Apologize: That Romans 11 Thing
"And so all Israel will be saved"
"Cardinal Kasper spoke of "mission" in a narrow sense to mean "proclamation" or the invitation to baptism and catechesis. He showed why such initiatives are not appropriately directed at Jews: the term mission, in its proper sense, refers to conversion from false gods and idols to the true and one God, who revealed himself in the salvation history with His elected people. Thus mission, in this strict sense, cannot be used with regard to Jews, who believe in the true and one God. Therefore, and this is characteristic, there exists dialogue but there does not exist any Catholic missionary organization for Jews.
From the point of view of the Catholic Church, Judaism is a religion that springs from divine revelation. As Cardinal Kasper noted, "God’s grace, which is the grace of Jesus Christ according to our faith, is available to all. Therefore, the Church believes that Judaism, i.e. the faithful response of the Jewish people to God’s irrevocable covenant, is salvific for them, because God is faithful to his promises."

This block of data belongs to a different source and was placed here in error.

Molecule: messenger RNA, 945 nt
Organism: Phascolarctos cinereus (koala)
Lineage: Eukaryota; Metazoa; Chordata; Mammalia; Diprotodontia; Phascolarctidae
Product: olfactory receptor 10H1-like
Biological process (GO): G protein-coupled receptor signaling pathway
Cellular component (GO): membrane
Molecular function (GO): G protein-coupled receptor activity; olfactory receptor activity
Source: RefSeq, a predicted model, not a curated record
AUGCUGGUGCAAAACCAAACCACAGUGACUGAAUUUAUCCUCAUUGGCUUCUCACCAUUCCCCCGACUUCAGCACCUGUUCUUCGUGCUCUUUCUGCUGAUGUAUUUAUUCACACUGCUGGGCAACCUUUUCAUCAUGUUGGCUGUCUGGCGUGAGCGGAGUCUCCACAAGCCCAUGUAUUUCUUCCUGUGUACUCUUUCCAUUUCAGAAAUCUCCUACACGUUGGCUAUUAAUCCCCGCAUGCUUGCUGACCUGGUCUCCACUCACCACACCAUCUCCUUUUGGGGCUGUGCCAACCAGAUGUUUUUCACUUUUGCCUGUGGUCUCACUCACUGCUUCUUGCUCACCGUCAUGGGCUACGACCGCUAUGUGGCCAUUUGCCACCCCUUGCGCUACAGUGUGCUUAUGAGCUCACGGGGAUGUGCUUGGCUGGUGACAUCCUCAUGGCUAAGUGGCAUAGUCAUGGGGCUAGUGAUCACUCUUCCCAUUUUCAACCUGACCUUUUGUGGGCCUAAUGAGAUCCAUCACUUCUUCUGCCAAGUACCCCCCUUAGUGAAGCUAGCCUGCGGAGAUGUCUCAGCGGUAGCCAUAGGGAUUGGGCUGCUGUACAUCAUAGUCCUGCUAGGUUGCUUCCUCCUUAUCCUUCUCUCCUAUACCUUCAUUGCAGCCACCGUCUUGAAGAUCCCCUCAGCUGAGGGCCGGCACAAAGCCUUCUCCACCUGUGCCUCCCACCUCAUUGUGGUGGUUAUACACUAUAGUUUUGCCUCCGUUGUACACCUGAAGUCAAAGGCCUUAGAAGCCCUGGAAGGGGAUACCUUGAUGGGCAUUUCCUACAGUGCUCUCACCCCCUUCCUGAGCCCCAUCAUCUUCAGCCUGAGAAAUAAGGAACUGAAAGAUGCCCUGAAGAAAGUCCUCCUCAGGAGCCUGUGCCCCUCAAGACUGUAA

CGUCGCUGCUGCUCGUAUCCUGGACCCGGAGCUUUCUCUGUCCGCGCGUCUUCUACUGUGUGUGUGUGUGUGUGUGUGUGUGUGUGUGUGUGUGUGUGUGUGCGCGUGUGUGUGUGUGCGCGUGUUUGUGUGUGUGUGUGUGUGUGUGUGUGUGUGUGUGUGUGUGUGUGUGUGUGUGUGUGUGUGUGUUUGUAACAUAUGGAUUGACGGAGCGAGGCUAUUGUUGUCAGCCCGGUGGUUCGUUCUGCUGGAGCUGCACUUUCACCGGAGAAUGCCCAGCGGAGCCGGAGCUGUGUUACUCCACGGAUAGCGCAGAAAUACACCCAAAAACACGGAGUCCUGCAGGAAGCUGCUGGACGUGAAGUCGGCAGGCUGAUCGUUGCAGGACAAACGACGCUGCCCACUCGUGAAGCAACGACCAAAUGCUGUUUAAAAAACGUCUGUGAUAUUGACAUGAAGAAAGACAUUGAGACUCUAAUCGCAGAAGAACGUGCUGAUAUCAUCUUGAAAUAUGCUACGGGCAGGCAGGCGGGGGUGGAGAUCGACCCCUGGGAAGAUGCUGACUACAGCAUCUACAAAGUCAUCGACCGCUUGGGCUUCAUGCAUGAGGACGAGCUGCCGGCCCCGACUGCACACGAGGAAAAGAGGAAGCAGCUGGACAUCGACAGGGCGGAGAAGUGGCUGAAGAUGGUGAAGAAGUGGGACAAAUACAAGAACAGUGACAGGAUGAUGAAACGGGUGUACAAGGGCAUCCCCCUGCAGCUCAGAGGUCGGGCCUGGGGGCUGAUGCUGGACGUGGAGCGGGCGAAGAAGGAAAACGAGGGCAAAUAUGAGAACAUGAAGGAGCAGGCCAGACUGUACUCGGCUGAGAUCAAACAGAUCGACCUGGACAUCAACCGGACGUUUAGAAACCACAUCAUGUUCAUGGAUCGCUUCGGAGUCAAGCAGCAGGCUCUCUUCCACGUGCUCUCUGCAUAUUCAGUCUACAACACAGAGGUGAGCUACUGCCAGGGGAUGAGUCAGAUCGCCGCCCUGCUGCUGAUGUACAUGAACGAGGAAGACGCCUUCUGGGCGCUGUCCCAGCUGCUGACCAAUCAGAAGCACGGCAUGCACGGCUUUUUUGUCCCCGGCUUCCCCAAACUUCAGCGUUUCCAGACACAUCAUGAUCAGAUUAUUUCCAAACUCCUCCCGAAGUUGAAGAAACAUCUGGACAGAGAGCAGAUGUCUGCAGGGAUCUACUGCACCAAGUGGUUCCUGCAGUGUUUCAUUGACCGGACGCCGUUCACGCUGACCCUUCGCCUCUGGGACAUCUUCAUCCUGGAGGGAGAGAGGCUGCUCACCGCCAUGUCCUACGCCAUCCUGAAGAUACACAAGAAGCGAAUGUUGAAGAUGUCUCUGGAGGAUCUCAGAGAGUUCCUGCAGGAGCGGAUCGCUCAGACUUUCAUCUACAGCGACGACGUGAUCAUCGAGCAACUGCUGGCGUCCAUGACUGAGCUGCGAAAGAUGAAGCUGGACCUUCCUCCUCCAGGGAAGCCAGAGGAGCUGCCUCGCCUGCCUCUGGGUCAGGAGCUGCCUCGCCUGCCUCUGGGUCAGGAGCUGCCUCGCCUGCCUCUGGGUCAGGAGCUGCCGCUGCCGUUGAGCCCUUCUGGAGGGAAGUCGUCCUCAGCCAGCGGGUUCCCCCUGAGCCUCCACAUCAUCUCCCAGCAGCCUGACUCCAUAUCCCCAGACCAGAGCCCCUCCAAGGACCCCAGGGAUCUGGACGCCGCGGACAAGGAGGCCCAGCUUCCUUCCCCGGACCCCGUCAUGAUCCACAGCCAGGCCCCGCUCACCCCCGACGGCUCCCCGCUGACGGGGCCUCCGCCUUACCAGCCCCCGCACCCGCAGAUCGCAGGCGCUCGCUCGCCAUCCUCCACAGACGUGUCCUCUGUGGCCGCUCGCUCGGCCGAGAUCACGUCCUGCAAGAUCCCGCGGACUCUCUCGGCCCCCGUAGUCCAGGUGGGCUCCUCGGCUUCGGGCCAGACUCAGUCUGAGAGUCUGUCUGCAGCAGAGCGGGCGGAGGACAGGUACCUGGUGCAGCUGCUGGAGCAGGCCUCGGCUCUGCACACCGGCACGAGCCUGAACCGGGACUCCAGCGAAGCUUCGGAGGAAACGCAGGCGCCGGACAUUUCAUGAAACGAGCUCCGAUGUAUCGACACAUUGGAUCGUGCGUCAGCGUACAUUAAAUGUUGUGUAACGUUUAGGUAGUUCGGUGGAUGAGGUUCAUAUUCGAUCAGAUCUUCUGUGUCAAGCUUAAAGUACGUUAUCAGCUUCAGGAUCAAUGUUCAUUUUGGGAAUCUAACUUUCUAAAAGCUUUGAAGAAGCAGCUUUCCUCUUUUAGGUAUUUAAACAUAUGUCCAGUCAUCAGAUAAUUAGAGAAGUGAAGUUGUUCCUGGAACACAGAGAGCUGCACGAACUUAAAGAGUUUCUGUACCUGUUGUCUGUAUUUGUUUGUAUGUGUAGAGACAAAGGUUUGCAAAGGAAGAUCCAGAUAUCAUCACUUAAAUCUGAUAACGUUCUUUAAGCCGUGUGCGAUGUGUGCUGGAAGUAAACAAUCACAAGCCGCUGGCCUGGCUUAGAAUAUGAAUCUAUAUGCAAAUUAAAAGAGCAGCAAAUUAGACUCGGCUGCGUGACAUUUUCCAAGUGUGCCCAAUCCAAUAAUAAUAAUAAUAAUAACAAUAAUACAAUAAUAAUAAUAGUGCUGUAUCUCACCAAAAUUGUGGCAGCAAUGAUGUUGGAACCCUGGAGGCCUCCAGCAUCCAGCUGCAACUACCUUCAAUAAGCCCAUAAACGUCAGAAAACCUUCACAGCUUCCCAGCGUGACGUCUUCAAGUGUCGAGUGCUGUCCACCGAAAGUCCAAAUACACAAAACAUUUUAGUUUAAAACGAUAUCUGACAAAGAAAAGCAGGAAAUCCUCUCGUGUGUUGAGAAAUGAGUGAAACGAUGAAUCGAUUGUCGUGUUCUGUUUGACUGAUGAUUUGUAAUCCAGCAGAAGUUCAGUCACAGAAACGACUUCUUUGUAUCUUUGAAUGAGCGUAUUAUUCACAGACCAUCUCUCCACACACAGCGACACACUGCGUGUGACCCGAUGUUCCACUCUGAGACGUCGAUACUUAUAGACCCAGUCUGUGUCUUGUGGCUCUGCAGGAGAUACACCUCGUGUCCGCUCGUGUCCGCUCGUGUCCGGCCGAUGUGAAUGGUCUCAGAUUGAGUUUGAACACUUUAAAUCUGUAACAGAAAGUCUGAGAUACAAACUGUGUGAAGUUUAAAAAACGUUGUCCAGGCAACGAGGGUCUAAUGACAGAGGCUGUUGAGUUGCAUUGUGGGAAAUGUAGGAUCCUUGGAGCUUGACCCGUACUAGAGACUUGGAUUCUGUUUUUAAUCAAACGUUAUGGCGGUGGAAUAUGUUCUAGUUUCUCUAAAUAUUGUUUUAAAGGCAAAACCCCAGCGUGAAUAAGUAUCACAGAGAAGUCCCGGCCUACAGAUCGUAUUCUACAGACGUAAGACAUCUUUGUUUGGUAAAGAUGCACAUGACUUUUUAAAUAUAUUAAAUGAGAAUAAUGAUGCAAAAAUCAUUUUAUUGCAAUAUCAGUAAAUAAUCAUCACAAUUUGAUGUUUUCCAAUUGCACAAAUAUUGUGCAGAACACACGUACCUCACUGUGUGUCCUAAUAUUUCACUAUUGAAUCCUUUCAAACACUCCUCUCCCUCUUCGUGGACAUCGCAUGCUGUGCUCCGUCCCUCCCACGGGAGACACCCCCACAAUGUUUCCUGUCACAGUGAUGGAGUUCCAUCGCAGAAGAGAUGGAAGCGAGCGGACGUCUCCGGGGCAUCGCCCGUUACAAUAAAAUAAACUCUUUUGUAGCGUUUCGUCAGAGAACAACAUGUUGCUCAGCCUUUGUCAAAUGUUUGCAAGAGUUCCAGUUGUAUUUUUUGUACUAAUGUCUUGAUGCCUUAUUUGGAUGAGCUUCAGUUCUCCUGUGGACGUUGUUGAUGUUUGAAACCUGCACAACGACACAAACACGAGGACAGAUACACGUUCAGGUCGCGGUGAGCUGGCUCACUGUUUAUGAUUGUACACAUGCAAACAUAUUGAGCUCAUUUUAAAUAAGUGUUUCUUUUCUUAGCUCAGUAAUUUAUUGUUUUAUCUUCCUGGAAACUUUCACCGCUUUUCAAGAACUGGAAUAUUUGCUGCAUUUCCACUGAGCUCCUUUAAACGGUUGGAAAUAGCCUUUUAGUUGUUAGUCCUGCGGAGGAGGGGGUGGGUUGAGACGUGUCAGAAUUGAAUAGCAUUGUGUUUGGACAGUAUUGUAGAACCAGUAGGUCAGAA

Thus, while the Catholic Church regards the saving act of Christ as central to the process of human salvation for all, it also acknowledges that Jews already dwell in a saving covenant with God. The Catholic Church must always evangelize and will always witness to its faith in the presence of God’s kingdom in Jesus Christ to Jews and to all other people. In so doing, the Catholic Church respects fully the principles of religious freedom and freedom of conscience, so that sincere individual converts from any tradition or people, including the Jewish people, will be welcomed and accepted.
With the Jewish people, the Catholic Church, in the words of Nostra Aetate, "awaits the day, known to God alone, when all peoples will call on God with one voice and serve him shoulder to shoulder (Is 66:23; Ps 65:4; Rom 11:11-32)."
The whole enlightening thing is available here. From "Reflections on Covenant and Mission," Consultation of The National Council of Synagogues and The Bishops Committee for Ecumenical and Interreligious Affairs, USCCB, August 12, 2002.